Episode 1 of the sciencey special is entitled “What is Space?” The show first asks you to consider all the “stuff” surrounding us in the world. Now what happens if you take away all the “stuff?” What are you left with? If you guessed nothing, you’re kind of right. But mostly wrong. You’re left with space. And though we don’t really know what space is, it’s definitely…something. It can bend and twist (but not shout). Taking a chronological tour (oh, by the way, time might not be real, but you’ll have to wait for Episode 2 for that one) through the history of scientific explanations of space, Fabric explains that space is not a passive “stage,” as Newton conceived of it. In the last century, Einstein discovered that space actually bends and stretches in order to keep the speed of light constant, and this is where gravity comes from. With the help of some fancy CGI Brian Greene explained that space is kind of like a pool table with a stretchy, elastic surface. When you put something heavy on it (i.e. a planet), it creates an indentation. Then when something smaller (like a moon) comes rolling by, it falls into the indentation and begins rolling along the edge of the curve, in effect rotating around the planet.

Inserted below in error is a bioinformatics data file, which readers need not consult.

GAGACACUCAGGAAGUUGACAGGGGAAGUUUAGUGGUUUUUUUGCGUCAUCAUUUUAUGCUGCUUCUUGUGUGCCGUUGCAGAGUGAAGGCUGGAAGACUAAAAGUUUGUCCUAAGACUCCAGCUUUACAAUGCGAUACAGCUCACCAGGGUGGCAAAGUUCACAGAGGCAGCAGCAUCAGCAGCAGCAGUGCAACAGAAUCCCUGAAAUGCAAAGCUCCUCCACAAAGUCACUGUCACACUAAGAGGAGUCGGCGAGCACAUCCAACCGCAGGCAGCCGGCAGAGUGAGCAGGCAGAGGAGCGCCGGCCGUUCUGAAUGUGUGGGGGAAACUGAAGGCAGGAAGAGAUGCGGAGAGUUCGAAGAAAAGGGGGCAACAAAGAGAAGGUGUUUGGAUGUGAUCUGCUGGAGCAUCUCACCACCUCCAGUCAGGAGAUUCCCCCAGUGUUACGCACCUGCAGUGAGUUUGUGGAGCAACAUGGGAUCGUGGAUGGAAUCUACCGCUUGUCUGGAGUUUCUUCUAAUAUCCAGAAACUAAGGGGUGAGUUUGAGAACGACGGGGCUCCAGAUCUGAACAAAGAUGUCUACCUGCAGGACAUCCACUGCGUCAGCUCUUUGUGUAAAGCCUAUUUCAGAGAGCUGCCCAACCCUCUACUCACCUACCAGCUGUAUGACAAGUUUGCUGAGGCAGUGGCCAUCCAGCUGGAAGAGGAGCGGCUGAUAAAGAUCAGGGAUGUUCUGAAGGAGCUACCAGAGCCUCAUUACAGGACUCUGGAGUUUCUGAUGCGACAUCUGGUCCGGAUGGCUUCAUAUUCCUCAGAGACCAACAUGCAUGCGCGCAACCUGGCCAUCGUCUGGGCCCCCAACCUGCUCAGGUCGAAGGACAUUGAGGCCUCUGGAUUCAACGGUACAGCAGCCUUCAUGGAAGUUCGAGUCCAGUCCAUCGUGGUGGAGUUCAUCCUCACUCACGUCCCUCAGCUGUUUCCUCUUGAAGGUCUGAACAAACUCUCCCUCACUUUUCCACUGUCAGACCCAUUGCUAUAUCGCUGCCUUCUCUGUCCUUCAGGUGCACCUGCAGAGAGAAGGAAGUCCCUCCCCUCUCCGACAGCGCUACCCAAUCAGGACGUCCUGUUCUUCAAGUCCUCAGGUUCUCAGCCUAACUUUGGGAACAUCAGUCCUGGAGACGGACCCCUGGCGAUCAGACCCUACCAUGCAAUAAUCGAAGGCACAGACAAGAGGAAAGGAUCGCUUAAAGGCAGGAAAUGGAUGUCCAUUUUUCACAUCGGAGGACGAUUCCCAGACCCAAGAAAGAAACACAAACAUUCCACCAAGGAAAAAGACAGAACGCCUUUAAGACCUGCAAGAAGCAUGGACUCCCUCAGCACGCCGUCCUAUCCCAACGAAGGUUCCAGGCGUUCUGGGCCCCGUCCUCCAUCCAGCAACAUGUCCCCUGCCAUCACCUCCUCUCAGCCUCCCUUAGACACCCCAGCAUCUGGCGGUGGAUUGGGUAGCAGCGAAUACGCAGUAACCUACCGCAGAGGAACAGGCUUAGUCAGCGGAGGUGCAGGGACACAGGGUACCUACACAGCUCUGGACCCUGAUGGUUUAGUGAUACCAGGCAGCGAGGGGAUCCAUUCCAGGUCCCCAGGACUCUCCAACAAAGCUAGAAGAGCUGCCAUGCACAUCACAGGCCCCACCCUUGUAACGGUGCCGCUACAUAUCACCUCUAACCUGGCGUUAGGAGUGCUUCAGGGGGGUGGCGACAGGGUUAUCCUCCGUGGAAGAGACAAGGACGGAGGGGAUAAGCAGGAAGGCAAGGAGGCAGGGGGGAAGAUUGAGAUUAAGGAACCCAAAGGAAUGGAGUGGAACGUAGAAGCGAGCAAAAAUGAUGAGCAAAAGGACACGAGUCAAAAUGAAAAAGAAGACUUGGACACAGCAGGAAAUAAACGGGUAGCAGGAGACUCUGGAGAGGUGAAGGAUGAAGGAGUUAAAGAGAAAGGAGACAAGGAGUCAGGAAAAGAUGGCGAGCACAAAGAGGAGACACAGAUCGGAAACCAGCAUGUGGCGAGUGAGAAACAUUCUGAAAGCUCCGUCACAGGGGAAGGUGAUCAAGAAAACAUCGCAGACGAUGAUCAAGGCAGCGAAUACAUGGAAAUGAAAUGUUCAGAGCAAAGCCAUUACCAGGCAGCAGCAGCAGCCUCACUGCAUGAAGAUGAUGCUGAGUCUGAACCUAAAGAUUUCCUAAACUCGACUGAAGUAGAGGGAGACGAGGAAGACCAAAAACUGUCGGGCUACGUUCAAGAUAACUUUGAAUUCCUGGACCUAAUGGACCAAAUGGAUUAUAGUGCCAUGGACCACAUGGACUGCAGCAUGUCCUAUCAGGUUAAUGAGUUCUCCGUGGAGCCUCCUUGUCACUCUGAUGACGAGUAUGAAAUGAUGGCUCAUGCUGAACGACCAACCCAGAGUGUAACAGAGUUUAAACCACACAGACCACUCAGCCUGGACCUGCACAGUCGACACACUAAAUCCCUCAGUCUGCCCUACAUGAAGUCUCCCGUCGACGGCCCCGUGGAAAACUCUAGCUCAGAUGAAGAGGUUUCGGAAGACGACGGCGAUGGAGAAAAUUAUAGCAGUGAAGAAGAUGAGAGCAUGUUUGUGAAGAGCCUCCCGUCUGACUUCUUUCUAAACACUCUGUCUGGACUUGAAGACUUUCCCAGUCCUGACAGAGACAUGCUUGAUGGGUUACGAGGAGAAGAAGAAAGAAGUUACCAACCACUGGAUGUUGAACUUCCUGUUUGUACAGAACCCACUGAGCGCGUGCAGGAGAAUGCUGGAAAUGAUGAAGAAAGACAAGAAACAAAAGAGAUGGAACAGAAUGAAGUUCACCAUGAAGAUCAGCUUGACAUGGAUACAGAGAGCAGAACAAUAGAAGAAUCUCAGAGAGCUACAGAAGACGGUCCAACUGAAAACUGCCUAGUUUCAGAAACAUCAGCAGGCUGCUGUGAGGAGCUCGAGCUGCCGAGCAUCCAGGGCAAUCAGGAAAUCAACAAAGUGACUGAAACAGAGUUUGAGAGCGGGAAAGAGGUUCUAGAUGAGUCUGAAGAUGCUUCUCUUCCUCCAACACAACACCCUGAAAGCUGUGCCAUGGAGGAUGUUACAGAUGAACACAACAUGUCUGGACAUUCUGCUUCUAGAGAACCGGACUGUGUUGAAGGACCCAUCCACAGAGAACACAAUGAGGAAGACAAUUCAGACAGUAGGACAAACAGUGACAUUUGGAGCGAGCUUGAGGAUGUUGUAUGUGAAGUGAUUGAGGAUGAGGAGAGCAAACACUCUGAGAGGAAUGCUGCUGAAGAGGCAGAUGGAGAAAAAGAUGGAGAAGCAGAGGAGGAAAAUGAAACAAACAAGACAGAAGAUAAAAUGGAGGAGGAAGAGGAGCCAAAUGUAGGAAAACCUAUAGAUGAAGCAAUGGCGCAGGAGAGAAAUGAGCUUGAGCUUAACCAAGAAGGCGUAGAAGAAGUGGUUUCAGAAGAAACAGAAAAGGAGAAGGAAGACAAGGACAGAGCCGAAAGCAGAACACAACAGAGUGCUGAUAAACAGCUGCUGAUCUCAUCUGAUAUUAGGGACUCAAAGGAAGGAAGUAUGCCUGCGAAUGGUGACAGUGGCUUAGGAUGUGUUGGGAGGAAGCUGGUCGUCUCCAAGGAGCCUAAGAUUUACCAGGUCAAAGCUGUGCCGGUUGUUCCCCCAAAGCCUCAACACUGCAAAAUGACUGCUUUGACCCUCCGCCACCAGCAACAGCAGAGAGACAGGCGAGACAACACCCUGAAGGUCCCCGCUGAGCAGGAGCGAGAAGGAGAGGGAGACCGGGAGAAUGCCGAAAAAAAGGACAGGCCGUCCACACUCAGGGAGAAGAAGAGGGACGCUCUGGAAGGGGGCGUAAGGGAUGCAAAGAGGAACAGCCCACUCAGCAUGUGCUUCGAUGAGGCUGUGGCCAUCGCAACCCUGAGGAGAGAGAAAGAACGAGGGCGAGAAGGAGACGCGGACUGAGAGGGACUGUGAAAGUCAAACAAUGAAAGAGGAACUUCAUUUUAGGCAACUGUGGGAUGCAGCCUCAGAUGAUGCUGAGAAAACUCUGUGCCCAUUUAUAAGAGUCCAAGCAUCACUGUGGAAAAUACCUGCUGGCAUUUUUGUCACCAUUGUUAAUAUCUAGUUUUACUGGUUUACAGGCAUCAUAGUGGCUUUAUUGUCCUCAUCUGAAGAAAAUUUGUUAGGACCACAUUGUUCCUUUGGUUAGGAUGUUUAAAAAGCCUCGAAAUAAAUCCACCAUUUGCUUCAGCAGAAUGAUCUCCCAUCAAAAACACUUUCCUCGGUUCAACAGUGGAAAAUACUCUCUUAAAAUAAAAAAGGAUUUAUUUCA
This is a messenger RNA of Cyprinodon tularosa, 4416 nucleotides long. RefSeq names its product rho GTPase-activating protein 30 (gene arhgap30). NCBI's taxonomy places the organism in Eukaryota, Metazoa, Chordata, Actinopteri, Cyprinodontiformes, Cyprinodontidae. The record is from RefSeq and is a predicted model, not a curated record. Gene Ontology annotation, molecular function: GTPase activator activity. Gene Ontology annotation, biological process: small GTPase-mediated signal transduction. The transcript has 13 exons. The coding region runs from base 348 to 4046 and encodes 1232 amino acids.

So space can bend. Got it. What’s actually bending then? At the subatomic level, space is a pretty crowded place, full of elementary particles whizzing around, with pairs appearing and then annihilating each other at an alarming rate. The interesting part is that these little guys have different masses, and we don’t really know why. Actually, we don’t really know what mass is. The current theory, proposed by Peter Higgs, is that space contains a “field,” which particles move through and pick up mass. Fabric invites you to picture it like a crowd of paparazzi. Lesser-known actors, in this case representing lighter particles, are able to move through the crowd without much effort. The George Clooneys of the particle zoo, however, attract rampant attention, and move slower and slower as they progress through the field, picking up more and more “mass.” But what makes some particles Alec Baldwins and others nameless part-time waiters is still unknown.